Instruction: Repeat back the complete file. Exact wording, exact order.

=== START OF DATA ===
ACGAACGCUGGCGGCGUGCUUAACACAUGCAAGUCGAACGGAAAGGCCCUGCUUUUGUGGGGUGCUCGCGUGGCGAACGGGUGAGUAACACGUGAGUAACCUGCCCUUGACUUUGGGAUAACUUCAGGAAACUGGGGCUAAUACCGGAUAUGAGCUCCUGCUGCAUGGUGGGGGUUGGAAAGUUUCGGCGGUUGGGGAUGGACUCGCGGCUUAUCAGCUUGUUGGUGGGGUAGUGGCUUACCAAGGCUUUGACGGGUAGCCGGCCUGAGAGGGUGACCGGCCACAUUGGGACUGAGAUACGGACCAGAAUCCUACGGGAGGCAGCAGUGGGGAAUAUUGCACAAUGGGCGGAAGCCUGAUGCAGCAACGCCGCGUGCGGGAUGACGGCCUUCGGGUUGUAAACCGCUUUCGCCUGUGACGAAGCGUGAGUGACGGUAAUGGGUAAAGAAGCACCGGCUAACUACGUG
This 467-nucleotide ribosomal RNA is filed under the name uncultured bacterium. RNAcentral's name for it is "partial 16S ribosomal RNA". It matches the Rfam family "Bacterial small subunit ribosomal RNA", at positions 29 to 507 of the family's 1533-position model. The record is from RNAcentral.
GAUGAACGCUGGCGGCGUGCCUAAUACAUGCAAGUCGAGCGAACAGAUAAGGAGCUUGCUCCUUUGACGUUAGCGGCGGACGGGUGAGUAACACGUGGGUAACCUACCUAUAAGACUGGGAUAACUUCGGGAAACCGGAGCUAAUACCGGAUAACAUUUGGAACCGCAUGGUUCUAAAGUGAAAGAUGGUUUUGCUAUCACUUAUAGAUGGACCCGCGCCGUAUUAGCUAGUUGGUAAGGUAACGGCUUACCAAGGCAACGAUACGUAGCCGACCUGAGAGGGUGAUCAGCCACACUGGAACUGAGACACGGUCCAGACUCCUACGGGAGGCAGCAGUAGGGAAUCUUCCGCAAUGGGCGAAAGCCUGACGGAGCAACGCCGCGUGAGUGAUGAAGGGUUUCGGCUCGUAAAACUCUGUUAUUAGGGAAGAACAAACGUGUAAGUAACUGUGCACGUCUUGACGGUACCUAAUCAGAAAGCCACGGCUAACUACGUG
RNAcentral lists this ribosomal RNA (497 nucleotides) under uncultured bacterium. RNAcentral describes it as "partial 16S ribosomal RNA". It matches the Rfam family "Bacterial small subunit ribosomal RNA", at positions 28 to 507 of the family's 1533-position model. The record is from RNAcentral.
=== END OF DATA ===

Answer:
ACGAACGCUGGCGGCGUGCUUAACACAUGCAAGUCGAACGGAAAGGCCCUGCUUUUGUGGGGUGCUCGCGUGGCGAACGGGUGAGUAACACGUGAGUAACCUGCCCUUGACUUUGGGAUAACUUCAGGAAACUGGGGCUAAUACCGGAUAUGAGCUCCUGCUGCAUGGUGGGGGUUGGAAAGUUUCGGCGGUUGGGGAUGGACUCGCGGCUUAUCAGCUUGUUGGUGGGGUAGUGGCUUACCAAGGCUUUGACGGGUAGCCGGCCUGAGAGGGUGACCGGCCACAUUGGGACUGAGAUACGGACCAGAAUCCUACGGGAGGCAGCAGUGGGGAAUAUUGCACAAUGGGCGGAAGCCUGAUGCAGCAACGCCGCGUGCGGGAUGACGGCCUUCGGGUUGUAAACCGCUUUCGCCUGUGACGAAGCGUGAGUGACGGUAAUGGGUAAAGAAGCACCGGCUAACUACGUG
This 467-nucleotide ribosomal RNA is filed under the name uncultured bacterium. RNAcentral's name for it is "partial 16S ribosomal RNA". It matches the Rfam family "Bacterial small subunit ribosomal RNA", at positions 29 to 507 of the family's 1533-position model. The record is from RNAcentral.
GAUGAACGCUGGCGGCGUGCCUAAUACAUGCAAGUCGAGCGAACAGAUAAGGAGCUUGCUCCUUUGACGUUAGCGGCGGACGGGUGAGUAACACGUGGGUAACCUACCUAUAAGACUGGGAUAACUUCGGGAAACCGGAGCUAAUACCGGAUAACAUUUGGAACCGCAUGGUUCUAAAGUGAAAGAUGGUUUUGCUAUCACUUAUAGAUGGACCCGCGCCGUAUUAGCUAGUUGGUAAGGUAACGGCUUACCAAGGCAACGAUACGUAGCCGACCUGAGAGGGUGAUCAGCCACACUGGAACUGAGACACGGUCCAGACUCCUACGGGAGGCAGCAGUAGGGAAUCUUCCGCAAUGGGCGAAAGCCUGACGGAGCAACGCCGCGUGAGUGAUGAAGGGUUUCGGCUCGUAAAACUCUGUUAUUAGGGAAGAACAAACGUGUAAGUAACUGUGCACGUCUUGACGGUACCUAAUCAGAAAGCCACGGCUAACUACGUG
RNAcentral lists this ribosomal RNA (497 nucleotides) under uncultured bacterium. RNAcentral describes it as "partial 16S ribosomal RNA". It matches the Rfam family "Bacterial small subunit ribosomal RNA", at positions 28 to 507 of the family's 1533-position model. The record is from RNAcentral.